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Associated Press • Sep 13, 2017 at 9:00 AM

Former youth pastor gets prison in decade-old abuse case

GRAND HAVEN (AP) — A former youth pastor who admitted to sexually abusing a young boy in Ottawa County a decade ago has been sentenced to 3½ to 15 years in prison.

Daniel Hoffman, 31, learned his punishment on Monday in Ottawa County Circuit Court, WOOD-TV reported. He earlier pleaded guilty to two counts of second-degree criminal sexual conduct.

Authorities said Hoffman was being treated at a hospital for mental health issues last year when he told a nurse about the abuse. The victim, a former neighbor of Hoffman in Jenison who is now an adult, told detectives that it happened between 2003 and 2008. Hoffman was charged in May.

Since the period when the alleged abused took place, Hoffman worked in a school district and as a church’s youth minister.

Michigan House votes to continue 0.08 drunken driving limit

LANSING (AP) — Legislation moving forward in Michigan's Legislature would continue the state's 0.08 blood-alcohol limit for drunken driving until 2023.

The limit is set to return to 0.10 in 2018, putting federal funding at risk unless lawmakers act.

Legislators first moved to the 0.08 blood-alcohol level in 2003 but have twice put a sunset provision in the law so the issue is revisited.

The House approved the bills 106-1 Tuesday. The legislation next goes to the Senate for consideration.

One of the sponsors, Republican Rep. Klint Kesto of Commerce Township in Oakland County, said "our roads are becoming safer every year with the 0.08 standard," and allowing the limit to rise to 0.10 would send a "dangerous message."

Michigan Guard pulls back troops planned for Irma response

LANSING (AP) — The Michigan National Guard is pulling back troops being sent to Florida after being told they weren't needed for Hurricane Irma recovery efforts.

Some Michigan troops had already departed for Florida when a Guard official said the decision was made Tuesday to turn them around. Lt. Col. Dawn Dancer said Florida officials decided they didn't need additional Guard troops from around the country.

The Michigan Guard had planned to send about 1,000 members to Florida.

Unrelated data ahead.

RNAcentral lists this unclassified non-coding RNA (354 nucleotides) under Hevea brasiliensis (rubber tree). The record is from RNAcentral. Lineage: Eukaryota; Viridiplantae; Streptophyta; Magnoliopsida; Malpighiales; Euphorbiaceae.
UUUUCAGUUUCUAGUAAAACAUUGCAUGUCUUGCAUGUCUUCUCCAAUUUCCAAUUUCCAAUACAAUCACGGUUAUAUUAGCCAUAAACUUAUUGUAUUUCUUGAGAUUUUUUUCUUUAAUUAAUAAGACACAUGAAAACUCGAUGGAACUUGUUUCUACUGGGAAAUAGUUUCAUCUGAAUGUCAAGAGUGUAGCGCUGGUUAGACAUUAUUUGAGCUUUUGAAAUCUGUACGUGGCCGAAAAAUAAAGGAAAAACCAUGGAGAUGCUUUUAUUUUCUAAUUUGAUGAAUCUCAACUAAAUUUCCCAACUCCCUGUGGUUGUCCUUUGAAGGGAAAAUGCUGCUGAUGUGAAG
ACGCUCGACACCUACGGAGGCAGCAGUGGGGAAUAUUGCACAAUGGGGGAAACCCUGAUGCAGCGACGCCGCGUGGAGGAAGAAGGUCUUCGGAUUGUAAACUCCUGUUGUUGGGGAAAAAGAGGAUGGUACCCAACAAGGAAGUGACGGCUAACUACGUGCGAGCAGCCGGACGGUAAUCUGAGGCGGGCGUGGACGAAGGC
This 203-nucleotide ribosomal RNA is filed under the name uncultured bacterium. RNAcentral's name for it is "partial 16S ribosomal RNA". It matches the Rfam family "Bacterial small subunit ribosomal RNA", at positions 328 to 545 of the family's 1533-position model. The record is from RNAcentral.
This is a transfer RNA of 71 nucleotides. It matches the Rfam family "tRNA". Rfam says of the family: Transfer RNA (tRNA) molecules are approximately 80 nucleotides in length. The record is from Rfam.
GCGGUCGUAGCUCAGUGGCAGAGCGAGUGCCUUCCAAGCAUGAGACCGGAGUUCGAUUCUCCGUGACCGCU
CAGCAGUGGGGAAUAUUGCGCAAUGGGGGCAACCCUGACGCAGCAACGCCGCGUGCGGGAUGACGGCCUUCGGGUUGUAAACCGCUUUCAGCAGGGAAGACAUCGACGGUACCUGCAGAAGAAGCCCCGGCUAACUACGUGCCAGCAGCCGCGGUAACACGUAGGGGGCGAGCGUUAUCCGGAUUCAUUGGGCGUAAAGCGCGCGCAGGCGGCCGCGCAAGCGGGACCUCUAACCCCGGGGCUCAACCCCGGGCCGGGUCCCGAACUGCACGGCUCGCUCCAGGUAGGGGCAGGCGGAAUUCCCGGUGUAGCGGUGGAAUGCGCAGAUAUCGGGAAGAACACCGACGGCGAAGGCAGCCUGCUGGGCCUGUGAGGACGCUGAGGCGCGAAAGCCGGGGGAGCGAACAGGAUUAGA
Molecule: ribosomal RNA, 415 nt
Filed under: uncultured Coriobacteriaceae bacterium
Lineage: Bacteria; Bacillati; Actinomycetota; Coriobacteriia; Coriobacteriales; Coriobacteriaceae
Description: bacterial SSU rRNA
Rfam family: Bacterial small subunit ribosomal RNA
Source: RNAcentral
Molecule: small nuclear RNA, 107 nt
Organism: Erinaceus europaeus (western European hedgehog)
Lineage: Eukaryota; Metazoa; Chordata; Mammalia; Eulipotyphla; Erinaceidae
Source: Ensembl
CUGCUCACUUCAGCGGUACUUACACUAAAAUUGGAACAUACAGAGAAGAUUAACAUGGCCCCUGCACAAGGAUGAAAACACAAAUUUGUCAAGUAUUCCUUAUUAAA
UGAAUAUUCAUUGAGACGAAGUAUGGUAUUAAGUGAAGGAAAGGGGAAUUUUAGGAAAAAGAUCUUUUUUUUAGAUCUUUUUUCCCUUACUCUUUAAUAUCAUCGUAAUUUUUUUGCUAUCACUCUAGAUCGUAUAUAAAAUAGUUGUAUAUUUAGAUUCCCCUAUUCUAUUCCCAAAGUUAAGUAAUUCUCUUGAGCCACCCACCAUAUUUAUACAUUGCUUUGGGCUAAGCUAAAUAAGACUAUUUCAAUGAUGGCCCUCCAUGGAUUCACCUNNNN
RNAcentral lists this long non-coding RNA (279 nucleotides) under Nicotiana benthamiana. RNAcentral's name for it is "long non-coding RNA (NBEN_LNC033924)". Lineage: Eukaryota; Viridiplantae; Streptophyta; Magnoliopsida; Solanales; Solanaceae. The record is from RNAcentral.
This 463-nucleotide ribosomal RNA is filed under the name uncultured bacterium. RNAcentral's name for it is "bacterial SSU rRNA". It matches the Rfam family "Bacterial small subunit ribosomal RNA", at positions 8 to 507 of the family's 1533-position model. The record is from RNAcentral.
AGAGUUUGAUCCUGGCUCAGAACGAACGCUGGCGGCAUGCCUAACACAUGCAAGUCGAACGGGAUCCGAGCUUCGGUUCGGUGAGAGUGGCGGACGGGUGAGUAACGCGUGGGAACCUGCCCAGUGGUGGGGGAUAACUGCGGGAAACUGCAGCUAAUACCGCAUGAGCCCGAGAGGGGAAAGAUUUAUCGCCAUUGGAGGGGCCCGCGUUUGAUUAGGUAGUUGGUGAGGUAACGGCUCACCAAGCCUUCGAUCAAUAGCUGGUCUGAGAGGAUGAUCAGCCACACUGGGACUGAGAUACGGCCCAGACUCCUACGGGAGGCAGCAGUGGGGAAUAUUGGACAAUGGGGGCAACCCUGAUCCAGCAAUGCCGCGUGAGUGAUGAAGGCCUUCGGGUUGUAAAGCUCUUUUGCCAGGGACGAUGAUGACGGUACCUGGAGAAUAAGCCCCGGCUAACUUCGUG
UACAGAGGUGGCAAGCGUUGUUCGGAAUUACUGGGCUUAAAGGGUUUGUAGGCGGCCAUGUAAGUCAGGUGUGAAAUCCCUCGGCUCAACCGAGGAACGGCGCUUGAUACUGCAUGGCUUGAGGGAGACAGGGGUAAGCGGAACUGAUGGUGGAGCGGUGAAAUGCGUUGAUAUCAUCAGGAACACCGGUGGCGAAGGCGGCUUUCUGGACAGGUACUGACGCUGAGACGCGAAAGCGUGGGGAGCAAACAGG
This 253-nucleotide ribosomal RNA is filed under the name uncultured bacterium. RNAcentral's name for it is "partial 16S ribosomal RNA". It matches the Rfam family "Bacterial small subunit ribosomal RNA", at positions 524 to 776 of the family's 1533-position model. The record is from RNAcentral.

Dancer said Michigan Guard leaders are monitoring Irma-related troubles in other states and will be ready to send troops elsewhere if needed.

Feedback sought on plan to keep Asian carp from Great Lakes

MUSKEGON (AP) — Federal officials are hosting three public meetings this week to get feedback on a plan to prevent Asian carp from slipping into the Great Lakes and threatening native fish species.

The U.S. Army Corps of Engineers released a proposal in August to block the invasive fish at a lock-and-dam complex in Joliet, Illinois, a choke point between the carp-infested Illinois River and Lake Michigan. The $275 million dollar plan includes measures such as installing underwater sound equipment and electric barriers.

The first hearing took place Monday in Chicago. The second is scheduled for Thursday at Muskegon Community College in Muskegon, and the third will be Sept. 18 at Joliet Junior College in Joliet, Illinois.

The meetings are being broadcast live on the Army Corps of Engineers' Rock Island District Facebook page.

High-tech weather buoy placed near Lake Superior lighthouse

MARQUETTE (AP) — A high-tech weather buoy has been installed near a Lake Superior lighthouse that's considered one of the most remote in North America.

Stannard Rock Light rests on a shallow reef 45 miles north of Marquette. It's an ideal location for Great Lakes weather and climate research.

Scientists from the Superior Watershed Partnership and Lentic Environmental Services recently deployed the new buoy about a mile from the lighthouse. It will provide data on wave height, water temperature, wind speed and other variables.

The data will be transmitted via satellite and posted to websites including the Great Lakes Observing System and the National Data Buoy Center.

Scientist John Lenters said weather data has been gathered at the lighthouse for years. But the new buoy will tell mariners more about wave conditions.

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